In January, ValRox published positive data on the drug's effectiveness for Hemophilia type A treatment. I note that I assume that the drug will not completely cure patients once and for all. However, based on data from the first phase of trials, the drug's effectiveness may last more than five years. Given that the current standard of care for hemophilia involves permanent injections, ValRox can be a convenient and relatively economical alternative at a justified price, especially if repeat therapy is possible.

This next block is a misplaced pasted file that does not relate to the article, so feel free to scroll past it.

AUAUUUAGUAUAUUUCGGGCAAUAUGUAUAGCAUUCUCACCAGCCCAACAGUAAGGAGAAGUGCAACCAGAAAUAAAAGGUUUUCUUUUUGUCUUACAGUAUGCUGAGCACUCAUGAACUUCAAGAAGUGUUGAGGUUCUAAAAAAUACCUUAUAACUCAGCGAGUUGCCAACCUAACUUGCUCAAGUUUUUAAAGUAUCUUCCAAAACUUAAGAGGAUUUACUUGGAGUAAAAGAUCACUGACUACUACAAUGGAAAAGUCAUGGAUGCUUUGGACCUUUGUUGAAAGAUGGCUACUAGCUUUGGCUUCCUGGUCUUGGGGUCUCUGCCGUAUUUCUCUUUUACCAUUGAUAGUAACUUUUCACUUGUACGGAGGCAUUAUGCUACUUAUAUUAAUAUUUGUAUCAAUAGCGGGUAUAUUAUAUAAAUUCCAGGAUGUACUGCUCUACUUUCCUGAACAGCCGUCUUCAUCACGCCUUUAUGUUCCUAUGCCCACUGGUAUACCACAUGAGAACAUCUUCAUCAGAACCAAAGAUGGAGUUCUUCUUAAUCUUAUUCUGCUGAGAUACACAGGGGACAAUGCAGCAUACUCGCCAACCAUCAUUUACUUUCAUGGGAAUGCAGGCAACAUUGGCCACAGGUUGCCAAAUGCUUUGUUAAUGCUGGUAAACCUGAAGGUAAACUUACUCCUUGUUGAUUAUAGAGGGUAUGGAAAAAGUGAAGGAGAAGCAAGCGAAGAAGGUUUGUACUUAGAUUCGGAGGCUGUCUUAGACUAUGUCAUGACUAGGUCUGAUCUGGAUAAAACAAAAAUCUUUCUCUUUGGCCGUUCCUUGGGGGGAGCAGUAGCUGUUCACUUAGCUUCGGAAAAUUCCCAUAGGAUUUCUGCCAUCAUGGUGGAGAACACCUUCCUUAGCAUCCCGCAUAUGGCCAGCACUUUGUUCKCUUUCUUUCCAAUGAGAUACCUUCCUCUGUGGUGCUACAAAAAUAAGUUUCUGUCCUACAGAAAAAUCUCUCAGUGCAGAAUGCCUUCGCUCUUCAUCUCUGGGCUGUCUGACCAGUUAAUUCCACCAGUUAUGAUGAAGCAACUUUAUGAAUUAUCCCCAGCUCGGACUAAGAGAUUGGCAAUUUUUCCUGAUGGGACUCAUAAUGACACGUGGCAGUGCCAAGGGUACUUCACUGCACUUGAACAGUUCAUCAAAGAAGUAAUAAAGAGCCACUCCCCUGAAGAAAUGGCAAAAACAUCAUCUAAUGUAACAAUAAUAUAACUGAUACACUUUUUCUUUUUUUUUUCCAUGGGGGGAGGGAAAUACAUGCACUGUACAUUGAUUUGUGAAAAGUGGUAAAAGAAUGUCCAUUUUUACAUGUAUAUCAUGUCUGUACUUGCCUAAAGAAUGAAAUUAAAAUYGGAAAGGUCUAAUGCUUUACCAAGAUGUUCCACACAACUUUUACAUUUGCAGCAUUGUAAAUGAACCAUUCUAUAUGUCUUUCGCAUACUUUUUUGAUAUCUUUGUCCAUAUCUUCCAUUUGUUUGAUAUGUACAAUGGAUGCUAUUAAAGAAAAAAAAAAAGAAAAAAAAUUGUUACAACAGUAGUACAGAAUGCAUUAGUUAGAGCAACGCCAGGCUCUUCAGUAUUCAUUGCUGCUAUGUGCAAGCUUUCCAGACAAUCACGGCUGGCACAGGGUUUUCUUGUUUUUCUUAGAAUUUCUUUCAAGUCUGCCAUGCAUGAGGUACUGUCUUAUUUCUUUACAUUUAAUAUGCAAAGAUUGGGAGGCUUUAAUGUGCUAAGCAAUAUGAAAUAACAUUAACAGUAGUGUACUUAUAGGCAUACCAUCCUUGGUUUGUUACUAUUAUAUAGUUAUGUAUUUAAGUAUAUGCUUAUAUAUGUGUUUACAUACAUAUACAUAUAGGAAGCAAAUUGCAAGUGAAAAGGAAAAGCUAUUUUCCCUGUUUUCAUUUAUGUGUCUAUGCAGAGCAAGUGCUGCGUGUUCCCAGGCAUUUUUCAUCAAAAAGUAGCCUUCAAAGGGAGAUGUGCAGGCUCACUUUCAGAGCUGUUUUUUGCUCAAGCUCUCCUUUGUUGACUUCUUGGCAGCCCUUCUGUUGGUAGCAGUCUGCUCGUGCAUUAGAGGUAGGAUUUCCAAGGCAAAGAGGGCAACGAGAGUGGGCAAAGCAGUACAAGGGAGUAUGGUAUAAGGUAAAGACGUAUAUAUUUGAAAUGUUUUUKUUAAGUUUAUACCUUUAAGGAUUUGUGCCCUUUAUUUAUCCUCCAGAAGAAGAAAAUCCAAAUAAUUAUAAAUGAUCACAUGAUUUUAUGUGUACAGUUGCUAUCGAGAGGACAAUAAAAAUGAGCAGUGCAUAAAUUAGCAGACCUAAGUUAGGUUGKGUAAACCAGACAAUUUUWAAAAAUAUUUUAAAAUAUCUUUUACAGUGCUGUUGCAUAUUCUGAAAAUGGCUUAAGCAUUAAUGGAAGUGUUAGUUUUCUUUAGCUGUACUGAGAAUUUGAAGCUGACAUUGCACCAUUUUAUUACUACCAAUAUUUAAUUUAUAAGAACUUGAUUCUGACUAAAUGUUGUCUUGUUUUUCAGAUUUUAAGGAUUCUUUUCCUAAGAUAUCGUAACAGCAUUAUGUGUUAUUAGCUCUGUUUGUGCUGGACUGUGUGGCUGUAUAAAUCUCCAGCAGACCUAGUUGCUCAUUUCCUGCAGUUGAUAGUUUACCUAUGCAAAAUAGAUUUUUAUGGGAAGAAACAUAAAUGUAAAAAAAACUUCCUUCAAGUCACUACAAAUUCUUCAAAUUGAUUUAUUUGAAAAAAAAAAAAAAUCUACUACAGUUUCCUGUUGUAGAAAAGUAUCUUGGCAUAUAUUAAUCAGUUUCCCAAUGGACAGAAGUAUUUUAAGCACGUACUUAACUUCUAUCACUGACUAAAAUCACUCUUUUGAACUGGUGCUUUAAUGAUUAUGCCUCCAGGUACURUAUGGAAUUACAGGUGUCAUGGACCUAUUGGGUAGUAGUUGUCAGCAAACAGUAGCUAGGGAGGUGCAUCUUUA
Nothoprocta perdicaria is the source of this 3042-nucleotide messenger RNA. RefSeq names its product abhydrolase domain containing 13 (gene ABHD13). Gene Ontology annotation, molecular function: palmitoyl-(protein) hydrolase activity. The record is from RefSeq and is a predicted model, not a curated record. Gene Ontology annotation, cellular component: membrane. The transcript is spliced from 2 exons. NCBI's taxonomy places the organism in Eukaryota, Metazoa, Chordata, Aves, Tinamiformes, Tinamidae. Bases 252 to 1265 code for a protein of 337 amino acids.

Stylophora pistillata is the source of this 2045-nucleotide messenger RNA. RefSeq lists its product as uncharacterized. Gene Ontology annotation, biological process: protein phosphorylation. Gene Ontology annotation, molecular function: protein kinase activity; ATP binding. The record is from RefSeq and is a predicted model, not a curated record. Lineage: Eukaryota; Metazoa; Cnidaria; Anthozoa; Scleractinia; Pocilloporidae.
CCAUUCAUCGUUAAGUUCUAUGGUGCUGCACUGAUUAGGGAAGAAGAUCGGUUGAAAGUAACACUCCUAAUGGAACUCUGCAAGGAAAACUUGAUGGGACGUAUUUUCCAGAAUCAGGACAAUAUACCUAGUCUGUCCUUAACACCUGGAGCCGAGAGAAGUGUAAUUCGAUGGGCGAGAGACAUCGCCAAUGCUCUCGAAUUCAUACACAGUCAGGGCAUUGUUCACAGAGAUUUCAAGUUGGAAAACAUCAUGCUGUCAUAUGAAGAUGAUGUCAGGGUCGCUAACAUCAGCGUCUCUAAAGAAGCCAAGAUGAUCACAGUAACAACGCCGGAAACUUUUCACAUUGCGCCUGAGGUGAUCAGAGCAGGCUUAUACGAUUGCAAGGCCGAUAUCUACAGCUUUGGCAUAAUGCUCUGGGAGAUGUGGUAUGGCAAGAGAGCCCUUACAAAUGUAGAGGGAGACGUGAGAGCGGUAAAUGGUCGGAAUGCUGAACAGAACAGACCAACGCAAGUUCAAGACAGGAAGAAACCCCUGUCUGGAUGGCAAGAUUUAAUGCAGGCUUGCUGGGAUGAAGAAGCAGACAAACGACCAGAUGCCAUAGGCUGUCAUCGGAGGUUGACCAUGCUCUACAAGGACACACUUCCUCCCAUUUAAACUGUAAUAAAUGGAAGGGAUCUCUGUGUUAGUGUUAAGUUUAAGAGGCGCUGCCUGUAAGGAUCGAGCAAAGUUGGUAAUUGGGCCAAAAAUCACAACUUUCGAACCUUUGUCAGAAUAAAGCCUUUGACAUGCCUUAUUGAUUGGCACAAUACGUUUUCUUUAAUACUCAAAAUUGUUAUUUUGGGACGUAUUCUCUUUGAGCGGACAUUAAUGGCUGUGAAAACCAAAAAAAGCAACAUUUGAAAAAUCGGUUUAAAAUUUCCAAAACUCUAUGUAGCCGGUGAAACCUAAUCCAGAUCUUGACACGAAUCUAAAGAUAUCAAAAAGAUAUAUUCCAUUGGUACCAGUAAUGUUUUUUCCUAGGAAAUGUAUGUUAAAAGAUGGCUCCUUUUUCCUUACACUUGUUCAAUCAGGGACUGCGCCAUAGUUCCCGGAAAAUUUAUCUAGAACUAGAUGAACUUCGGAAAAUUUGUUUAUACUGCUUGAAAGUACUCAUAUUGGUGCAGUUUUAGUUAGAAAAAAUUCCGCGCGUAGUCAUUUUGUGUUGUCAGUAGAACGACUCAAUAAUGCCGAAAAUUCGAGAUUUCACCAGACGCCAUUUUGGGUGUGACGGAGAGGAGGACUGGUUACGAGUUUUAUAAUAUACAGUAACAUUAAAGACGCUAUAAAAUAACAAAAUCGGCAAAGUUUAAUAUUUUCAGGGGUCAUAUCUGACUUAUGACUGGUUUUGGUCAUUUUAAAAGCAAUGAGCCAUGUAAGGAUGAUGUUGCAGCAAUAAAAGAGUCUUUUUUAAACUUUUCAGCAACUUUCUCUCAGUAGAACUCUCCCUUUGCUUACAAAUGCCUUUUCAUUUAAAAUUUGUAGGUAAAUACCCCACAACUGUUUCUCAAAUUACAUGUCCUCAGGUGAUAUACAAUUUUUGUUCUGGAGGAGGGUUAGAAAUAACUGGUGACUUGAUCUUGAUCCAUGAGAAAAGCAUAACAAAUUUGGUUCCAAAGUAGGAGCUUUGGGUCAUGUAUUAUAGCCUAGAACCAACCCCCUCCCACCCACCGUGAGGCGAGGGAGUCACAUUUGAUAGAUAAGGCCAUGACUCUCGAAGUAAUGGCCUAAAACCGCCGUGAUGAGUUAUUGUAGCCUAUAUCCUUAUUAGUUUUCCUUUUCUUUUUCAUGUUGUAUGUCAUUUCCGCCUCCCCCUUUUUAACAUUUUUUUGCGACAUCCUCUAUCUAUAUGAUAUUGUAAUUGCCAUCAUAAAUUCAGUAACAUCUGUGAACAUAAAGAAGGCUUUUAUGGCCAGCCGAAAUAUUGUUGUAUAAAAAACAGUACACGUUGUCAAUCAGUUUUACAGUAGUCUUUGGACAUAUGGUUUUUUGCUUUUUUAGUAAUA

A decision on approval of the drug in Europe is expected in 2Q 2022. In the US, the company plans to resubmit the application for approval in the second quarter. The most worrying question right now is whether the suspension of trials for BMN307 will have any impact on the FDA's decision on ValRox. There is also concern about the fixation of a case of cancer in one of the patients. Salivary gland carcinoma was recorded in a patient who underwent treatment five years ago. However, no relationship with the use of the drug has been previously identified. But knowing the caution of the FDA regarding gene therapy, cancer case identification may lead to a more thorough investigation of this situation and a delay in the approval of the drug. An additional opportunity for the company is a possible future expansion to treat patients with factor 8 inhibitors and anti-AAV5 antibodies. The company is conducting a study using corticosteroids to bypass antibodies and inhibitors (~25% of potential Hemophilia A patients). Data from this study is expected in 2023. If successful, this will increase the addressable number of patients. However, I do not yet include this possibility in my valuation.